Which will return questions that were asked in the last 30 days. This becomes even simpler to understand if we add a method extending Int called Days that returns a Timespan, like this:

public static TimeSpan Days(this int value)
   {
   return TimeSpan.FromDays(value);
   }

allowing our expression to become:

var results = new EnumerableStack().Questions.Where(Asked.InLast(30.Days());

Walking through the Process

In my conference sessions, Simplify Your API: Creating Maintainable and Discoverable Code, I walk through this process on the FluentStack demo code. We take a query created against the StackOverflow OData API that starts off looking like this:

var questions = new StackOverflowService.Entities(new Uri(_serviceRoot))
   .Posts.Where(p => p.Parent == null && p.AcceptedAnswerId != null
   && p.CreationDate > DateTime.UtcNow.Subtract(TimeSpan.FromDays(30))
   && p.Tags.Contains("<odata>"));

and convert it, one step at a time, to this:

var questions = new FluentStack().Questions.WithAcceptedAnswer().
   Where(Asked.InLast(30.Days)).TaggedWith("odata");

a query that is much simpler, easier to understand, easier to create and easier to maintain. The sample code on GitHub, referenced above, and available at http://github.com/bsstahl/SimpleAPI, contains the FluentStack.sln example which shows how to simplify an API created with an OData source. It also contains the EnumerableStack.sln project which walks through the same process on a purely enumerable data source, that is, an implementation that will work with any collection.

Sound Off

Have you used these tools to simplify an API for downstream programmers? Do you have other techniques that you use to do the same, similar, or additional things to make your APIs better? If so, Tweet it to me @bsstahl and let's keep the conversation going.

Tags: , , , , , , , , , , , , | Categories: Development Posted by bsstahl on 2/28/2013 6:34 PM | Comments (0)

or, How I found my Passion for Windows 8 Store App Development

Update: My first Windows Store app was published on March 27, 2013 and can be found here.

I don't have any apps in the Windows 8 Store yet. For that matter, I don't have any apps in the Windows Phone store, or the Apple or Android stores either. I have many ideas for apps, and a number of them in the works for both Windows 8 and Windows Phone, but I have nothing real to show for it yet. Nothing to show for several years of attending sessions at conferences, user groups, and code camps on building these apps; for many hours of hacking on front-end interfaces and business logic. Don’t get me wrong, I've wanted to build these apps, but I didn't have that burning desire that I usually get when I am solving problems with software. You know that desire, the one that compels you to sit in front of a computer for hours at a time until you've completed a solution. I didn't have it.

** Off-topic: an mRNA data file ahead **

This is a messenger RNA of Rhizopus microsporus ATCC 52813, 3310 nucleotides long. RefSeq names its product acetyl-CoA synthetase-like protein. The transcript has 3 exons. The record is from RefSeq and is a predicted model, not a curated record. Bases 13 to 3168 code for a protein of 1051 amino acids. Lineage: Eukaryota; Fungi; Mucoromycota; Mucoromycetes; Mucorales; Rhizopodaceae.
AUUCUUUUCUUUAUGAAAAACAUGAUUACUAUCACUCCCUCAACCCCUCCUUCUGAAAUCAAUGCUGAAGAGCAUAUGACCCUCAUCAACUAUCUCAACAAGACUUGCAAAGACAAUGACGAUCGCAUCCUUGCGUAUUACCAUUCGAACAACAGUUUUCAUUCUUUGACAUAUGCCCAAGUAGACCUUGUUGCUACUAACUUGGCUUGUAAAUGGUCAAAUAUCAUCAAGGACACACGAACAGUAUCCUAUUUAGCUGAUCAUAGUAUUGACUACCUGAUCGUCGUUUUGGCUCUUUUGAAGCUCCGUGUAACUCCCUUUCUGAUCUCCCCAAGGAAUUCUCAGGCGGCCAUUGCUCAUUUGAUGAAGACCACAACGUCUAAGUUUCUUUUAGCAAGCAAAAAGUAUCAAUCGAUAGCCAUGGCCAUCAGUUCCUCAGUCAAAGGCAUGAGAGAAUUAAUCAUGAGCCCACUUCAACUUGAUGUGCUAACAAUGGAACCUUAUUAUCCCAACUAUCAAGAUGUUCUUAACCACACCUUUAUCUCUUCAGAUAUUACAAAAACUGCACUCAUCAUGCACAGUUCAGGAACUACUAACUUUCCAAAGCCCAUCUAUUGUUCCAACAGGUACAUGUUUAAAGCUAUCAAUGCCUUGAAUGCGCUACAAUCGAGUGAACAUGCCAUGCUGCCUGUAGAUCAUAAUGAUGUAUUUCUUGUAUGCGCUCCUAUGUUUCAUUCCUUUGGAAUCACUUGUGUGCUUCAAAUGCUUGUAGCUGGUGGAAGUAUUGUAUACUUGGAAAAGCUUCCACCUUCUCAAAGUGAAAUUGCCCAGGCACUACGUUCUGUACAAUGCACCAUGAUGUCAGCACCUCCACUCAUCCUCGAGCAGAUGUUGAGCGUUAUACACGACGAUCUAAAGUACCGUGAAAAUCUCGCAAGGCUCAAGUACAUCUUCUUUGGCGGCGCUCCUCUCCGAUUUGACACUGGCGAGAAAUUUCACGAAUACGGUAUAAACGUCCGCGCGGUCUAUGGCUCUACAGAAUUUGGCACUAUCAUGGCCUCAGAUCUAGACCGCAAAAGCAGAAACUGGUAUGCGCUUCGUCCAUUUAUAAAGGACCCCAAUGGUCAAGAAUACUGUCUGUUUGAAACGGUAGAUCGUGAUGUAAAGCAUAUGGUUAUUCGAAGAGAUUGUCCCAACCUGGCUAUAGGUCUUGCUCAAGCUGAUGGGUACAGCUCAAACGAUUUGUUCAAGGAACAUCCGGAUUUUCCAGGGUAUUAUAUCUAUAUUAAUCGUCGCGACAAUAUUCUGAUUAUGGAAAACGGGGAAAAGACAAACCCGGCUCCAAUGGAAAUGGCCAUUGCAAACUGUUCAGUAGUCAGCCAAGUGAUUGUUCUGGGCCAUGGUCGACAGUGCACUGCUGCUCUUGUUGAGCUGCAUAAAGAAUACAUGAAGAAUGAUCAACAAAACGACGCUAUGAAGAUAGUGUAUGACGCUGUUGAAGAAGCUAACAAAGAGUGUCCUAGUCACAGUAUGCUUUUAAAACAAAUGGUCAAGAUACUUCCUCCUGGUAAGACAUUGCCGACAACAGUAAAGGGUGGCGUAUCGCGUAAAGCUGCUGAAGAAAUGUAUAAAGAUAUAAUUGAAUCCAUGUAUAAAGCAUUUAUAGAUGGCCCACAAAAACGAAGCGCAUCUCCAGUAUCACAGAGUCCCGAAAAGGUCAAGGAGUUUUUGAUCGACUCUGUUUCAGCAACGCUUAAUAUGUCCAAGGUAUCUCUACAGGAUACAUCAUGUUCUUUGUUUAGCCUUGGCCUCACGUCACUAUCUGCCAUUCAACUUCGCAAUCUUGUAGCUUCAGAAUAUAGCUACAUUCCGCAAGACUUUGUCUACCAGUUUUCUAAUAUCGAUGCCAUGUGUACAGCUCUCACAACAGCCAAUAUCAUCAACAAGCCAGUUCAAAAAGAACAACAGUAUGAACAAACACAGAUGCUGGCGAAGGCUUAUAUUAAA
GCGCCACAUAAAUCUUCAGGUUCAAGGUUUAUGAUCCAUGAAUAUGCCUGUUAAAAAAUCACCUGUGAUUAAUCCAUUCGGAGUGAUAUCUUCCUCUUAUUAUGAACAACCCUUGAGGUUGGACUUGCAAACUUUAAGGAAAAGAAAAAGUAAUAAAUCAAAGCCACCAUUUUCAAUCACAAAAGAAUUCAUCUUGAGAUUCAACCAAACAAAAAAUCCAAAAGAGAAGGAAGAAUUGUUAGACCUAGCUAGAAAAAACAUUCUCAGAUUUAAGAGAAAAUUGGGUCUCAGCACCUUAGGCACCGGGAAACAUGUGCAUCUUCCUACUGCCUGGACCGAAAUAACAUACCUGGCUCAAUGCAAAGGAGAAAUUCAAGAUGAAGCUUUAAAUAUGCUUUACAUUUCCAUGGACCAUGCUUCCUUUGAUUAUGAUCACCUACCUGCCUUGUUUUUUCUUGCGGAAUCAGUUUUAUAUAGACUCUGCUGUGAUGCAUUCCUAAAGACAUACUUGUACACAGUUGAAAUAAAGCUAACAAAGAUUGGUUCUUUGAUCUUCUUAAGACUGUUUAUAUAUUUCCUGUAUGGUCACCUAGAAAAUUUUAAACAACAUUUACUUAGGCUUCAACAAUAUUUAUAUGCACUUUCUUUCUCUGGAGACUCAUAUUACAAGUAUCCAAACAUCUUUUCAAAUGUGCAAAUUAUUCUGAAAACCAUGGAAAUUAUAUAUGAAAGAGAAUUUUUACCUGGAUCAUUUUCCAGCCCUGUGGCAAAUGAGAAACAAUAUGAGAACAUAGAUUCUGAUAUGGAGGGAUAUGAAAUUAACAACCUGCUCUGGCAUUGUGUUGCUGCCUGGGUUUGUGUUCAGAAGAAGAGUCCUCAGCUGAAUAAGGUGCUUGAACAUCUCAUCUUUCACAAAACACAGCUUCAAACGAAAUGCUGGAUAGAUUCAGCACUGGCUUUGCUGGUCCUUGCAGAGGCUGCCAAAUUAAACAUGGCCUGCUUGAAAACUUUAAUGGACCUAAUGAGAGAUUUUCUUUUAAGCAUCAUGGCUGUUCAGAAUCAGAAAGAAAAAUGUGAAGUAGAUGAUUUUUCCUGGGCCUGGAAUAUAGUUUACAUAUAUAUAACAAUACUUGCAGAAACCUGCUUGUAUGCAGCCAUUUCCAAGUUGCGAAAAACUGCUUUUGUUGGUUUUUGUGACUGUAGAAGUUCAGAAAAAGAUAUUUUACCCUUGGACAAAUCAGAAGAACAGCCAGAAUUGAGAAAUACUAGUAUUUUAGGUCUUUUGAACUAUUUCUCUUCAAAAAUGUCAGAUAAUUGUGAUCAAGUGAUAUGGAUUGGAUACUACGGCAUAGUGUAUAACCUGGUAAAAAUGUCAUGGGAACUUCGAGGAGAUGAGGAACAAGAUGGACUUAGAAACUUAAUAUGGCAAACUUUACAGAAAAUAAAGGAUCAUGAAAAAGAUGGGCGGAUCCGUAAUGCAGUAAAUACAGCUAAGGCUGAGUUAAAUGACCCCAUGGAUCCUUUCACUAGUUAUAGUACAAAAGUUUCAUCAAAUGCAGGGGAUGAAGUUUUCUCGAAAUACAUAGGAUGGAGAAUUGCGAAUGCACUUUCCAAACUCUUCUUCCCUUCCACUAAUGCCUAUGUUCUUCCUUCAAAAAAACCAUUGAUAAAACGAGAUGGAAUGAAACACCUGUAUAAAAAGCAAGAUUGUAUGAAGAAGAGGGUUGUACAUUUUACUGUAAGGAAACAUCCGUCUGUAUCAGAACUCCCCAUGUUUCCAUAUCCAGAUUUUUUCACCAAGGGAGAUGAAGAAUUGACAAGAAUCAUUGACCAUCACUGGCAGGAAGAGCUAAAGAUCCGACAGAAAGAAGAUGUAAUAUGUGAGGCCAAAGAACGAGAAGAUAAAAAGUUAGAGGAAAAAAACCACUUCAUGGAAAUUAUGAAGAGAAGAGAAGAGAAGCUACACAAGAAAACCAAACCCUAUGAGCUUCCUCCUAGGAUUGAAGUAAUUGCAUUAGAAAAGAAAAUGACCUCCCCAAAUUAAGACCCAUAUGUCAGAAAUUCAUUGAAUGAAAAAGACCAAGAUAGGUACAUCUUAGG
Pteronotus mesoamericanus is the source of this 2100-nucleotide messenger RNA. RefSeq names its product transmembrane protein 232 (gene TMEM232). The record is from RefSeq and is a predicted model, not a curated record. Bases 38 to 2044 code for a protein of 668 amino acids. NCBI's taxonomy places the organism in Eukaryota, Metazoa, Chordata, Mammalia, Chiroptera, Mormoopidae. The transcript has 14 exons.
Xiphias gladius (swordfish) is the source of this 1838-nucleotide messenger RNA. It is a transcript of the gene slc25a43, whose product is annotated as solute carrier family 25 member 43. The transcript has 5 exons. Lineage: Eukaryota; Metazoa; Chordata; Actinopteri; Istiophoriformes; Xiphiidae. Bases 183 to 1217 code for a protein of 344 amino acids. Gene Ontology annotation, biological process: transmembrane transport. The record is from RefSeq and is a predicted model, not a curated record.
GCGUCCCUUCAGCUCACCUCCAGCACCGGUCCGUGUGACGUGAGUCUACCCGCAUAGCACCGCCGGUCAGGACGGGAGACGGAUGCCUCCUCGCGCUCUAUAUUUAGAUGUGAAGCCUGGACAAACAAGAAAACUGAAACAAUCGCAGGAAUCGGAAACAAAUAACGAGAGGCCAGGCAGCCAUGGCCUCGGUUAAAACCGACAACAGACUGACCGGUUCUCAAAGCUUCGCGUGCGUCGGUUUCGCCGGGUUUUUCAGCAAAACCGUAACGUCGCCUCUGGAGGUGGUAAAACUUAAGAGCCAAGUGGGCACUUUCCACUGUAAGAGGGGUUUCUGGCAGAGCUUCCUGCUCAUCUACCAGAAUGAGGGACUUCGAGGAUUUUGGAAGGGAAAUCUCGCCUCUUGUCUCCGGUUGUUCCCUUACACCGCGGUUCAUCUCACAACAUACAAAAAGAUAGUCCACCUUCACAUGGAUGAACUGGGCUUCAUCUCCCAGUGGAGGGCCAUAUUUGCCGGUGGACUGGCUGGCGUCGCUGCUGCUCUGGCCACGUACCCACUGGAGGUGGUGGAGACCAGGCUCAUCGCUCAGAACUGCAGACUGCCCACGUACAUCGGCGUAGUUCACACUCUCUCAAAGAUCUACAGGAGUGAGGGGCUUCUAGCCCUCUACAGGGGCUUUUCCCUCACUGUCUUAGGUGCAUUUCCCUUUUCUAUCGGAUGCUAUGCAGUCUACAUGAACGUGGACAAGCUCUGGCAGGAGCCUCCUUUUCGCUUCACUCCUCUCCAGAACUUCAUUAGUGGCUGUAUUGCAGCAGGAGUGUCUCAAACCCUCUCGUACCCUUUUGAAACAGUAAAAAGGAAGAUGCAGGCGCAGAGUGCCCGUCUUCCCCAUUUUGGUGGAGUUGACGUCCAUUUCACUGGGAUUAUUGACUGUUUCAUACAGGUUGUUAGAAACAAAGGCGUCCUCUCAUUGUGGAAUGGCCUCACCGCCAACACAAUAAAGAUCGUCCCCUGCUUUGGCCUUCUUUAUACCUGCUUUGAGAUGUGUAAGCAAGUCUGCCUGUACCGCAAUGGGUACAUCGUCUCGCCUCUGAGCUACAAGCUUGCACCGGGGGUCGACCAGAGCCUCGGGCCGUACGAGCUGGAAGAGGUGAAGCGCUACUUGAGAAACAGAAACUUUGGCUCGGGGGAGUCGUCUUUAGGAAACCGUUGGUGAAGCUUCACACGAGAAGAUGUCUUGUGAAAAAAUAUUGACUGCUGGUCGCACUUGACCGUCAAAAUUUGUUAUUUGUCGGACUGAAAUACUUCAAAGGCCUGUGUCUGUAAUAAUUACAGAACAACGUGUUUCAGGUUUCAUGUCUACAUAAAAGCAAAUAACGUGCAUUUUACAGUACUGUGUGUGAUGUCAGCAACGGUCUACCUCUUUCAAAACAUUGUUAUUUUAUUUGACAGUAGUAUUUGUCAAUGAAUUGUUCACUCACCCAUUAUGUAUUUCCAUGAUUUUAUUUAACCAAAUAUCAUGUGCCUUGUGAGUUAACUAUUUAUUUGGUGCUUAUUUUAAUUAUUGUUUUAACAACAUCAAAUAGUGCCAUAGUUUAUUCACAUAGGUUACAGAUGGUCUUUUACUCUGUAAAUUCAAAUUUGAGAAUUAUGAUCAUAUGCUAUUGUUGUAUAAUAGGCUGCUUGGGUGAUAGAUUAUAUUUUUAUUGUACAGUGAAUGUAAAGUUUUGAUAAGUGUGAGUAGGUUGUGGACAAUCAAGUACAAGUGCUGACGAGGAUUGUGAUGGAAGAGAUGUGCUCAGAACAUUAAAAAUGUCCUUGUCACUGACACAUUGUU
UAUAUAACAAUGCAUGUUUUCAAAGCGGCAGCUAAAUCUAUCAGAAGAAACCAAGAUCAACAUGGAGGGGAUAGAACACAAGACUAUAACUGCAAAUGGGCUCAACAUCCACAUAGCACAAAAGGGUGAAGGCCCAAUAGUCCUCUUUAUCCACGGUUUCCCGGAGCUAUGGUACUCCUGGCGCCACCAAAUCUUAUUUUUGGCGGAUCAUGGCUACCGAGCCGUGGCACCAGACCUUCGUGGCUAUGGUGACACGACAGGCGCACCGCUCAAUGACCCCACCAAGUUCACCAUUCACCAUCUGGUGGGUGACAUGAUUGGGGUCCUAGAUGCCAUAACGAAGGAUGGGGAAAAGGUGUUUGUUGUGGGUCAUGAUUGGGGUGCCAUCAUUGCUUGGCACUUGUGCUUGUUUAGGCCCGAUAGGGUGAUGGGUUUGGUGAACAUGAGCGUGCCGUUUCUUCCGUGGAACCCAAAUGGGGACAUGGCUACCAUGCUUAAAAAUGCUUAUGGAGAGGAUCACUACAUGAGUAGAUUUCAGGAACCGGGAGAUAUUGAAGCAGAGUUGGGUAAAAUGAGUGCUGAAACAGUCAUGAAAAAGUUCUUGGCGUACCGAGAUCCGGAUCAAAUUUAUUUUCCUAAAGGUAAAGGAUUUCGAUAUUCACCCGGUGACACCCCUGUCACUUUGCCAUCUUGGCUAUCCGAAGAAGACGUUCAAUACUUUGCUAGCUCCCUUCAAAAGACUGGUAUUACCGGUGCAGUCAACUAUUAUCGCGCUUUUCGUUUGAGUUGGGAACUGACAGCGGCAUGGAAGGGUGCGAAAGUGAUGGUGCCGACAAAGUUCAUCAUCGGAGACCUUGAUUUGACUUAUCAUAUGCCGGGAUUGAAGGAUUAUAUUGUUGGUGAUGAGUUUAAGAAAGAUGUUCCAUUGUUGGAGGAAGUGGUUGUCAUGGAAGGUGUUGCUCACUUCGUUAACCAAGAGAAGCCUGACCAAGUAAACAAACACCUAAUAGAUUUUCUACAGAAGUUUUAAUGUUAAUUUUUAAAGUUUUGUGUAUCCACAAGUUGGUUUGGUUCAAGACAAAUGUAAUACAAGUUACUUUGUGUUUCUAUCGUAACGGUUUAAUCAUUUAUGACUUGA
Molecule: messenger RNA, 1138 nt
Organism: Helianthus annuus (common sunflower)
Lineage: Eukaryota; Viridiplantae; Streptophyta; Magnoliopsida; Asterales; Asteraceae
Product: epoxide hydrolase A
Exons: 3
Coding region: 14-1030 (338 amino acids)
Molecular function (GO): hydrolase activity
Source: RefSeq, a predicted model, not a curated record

This recently changed for me -- let me explain.

I have spent most of the last 20 years building enterprise web applications that do most of the work on the server side. My user interfaces have been built in HTML, with some JavaScript for validation and Ajax for dynamic post-backs, but all business rules were housed entirely on the server in either C#, VB or something similar. Even before .NET, in the classic ASP days, my logic executed on the server with VBScript calling components created in Visual Basic. Before that, it was Pascal programs spitting out pure HTML to the console which was then redirected to the browser stream by the web server. As a result, I am very comfortable with using HTML for layout, and multi-purpose languages like C# and VB.Net for the business logic and data access.

In the app world however, this combination of technologies has seemed out-of-reach. In Windows Phone development, I could use C#, but needed to use XAML for layout and style, a technology that I have not yet been able to get comfortable with. For Windows 8 store apps there are more options, including HTML5/JavaScript apps, but I have never been comfortable writing code in JavaScript. The advent of TypeScript has brought us even closer to a solution in my comfort zone where I can get almost a C# style experience with HTML5 as my layout mechanism, but I am still missing key features like LINQ and generics.

Enter Windows Runtime Components. I say “enter”, as if they were new -- they're not, I just apparently allowed myself to forget about them. RT Components can be written in C# (and other languages), but can be called from JavaScript or any Windows 8 Store code, just as if they were written in that same language. RT components can also call into any .NET code that can be executed in a Windows Store App. As a result, I have the power of C# and the .NET Framework at my disposal while writing a JavaScript app. All I have to do is wrap my .NET Windows Store compatible libraries in an RT component, and use JavaScript to bind it to my HTML layout. Since I have been using Portable Libraries for most of my business logic for some time now, and those libraries that aren't yet portable, are generally easily translated, most of my .NET business logic is already available for me to wrap in an RT Component.